I re-ran the build script for the older version. That got rid of the errors at startup, but when I tried to change a parameter it got a comprehensive wedgie and took X with it, requiring the old CTRL-ALT-F1 sudo reboot.
Then I re-ran the build script for the latest. Seems it installs its own Perl modules under Perl, rather than keeping to its own install directory, so There Can Be Only One.
Back to the unreferenced scalar. I look at the offending .pm file, and the line in question, and it's clearly an automatic deallocation. Apparently this sort of thing tends to be associated with threads not playing nice with shared data.
Changing all the config profiles back to default fails to solve the problem.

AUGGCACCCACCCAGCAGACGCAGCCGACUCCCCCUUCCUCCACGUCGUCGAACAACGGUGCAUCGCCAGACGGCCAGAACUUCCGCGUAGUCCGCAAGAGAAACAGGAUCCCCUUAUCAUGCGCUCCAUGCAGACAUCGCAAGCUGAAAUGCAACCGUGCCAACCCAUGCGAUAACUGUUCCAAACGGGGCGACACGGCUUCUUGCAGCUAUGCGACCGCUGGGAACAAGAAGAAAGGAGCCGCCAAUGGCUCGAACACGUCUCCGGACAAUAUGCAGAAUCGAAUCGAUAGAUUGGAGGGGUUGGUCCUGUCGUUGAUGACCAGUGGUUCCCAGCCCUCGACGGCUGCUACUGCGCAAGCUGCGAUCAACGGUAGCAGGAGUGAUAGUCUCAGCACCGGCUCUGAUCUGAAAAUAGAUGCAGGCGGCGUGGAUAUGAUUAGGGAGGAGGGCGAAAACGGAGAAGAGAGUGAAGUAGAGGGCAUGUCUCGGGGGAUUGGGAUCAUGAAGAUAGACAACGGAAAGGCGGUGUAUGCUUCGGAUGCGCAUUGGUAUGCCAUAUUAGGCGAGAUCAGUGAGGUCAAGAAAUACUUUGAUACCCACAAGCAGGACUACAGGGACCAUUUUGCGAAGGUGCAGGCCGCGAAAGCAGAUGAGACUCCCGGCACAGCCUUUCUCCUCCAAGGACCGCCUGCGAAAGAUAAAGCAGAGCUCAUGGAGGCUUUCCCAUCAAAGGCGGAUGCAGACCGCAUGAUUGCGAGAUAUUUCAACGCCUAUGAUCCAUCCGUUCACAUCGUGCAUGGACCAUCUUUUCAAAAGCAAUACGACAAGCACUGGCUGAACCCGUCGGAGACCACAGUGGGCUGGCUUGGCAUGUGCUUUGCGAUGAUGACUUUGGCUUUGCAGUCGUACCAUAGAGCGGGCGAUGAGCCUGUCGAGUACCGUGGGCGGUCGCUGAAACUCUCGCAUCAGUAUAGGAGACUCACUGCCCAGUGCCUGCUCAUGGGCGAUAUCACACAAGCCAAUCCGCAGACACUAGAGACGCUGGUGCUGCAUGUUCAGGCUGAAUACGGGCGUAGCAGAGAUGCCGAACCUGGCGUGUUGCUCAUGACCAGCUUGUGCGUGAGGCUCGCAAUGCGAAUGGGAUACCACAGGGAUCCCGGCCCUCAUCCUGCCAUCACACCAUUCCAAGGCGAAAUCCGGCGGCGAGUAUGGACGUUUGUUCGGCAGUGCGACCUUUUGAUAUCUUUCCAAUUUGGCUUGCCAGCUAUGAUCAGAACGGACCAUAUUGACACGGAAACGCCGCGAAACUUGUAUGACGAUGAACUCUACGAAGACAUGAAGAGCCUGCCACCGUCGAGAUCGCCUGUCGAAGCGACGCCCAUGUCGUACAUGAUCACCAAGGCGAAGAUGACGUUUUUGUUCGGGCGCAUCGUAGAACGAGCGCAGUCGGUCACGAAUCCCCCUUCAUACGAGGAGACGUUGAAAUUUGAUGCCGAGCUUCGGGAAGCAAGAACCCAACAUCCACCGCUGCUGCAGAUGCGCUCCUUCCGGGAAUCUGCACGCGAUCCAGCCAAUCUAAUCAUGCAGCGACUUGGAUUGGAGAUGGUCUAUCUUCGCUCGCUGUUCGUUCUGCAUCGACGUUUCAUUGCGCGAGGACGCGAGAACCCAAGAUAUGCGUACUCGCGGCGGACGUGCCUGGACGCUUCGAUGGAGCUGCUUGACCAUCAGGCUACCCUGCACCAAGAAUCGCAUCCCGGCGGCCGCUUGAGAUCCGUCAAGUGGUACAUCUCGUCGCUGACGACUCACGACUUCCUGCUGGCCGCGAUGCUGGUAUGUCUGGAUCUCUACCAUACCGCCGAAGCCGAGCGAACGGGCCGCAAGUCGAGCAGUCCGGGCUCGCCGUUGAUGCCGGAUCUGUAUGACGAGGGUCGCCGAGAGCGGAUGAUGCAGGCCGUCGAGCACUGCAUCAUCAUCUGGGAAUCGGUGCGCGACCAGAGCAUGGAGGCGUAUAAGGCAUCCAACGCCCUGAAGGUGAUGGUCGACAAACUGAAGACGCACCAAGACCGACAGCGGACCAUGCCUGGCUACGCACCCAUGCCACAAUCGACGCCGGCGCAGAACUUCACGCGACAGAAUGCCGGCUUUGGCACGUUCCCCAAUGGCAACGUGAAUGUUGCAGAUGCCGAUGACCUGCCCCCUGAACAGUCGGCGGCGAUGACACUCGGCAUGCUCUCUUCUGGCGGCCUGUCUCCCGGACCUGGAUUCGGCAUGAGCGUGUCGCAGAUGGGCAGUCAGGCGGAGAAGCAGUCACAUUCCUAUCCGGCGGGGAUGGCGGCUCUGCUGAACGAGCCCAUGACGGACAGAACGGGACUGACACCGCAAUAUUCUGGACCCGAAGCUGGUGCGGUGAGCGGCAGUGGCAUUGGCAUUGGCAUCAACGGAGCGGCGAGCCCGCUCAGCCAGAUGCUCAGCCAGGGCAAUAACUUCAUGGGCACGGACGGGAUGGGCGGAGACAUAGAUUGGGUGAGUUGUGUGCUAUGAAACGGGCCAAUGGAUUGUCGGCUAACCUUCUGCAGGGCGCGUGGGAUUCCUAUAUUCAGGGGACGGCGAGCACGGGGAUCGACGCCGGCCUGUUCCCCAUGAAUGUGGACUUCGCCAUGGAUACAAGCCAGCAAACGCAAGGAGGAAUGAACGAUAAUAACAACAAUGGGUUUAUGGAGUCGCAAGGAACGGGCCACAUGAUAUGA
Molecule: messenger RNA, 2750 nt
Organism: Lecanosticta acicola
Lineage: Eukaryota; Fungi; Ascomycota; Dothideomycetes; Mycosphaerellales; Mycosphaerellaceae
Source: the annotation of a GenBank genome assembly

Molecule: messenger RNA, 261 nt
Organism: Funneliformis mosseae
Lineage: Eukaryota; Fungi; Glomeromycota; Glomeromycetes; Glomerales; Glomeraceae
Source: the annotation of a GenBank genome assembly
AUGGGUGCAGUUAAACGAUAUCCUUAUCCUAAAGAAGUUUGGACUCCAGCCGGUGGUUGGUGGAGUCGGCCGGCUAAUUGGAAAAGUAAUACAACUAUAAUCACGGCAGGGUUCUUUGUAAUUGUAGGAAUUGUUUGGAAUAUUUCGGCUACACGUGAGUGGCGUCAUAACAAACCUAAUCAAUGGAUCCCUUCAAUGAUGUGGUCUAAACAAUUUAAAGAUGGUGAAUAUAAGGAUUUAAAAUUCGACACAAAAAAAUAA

Well, maybe I just have to run it in a VM with some other, more up-to-date distro, like Ubuntu or Mint. Or... perhaps I should try renaming the ~/.Slicer directory, testing the program with a clean configuration, and then copying my tweaked config files back...?
Update 2: Just launched apt-get update; apt-get upgrade on the Mint-KDE VM. Got 480 packages to upgrade. Gonna take a while.
Aaaand... meanwhile, I renamed ~/.Slicer, created a clean one, copied my latest print/filament/printer configs over... and now 'tis working. Apparently something in slicer.ini causes the problem...?
Can't actually test the output just now, because the printer is in the lab, and the lab is closed for the night (what with it being past Tinga's bedtime).
Update 3: W. T. A. F????? Copying my latest fiddled configurations into the new directory causes the crash, even if I don't actually select them. Actual crash-inducer is print/Fiddled-3.ini, which doesn't appear to be doing anything particularly unusual. Delete that file, and all's well again.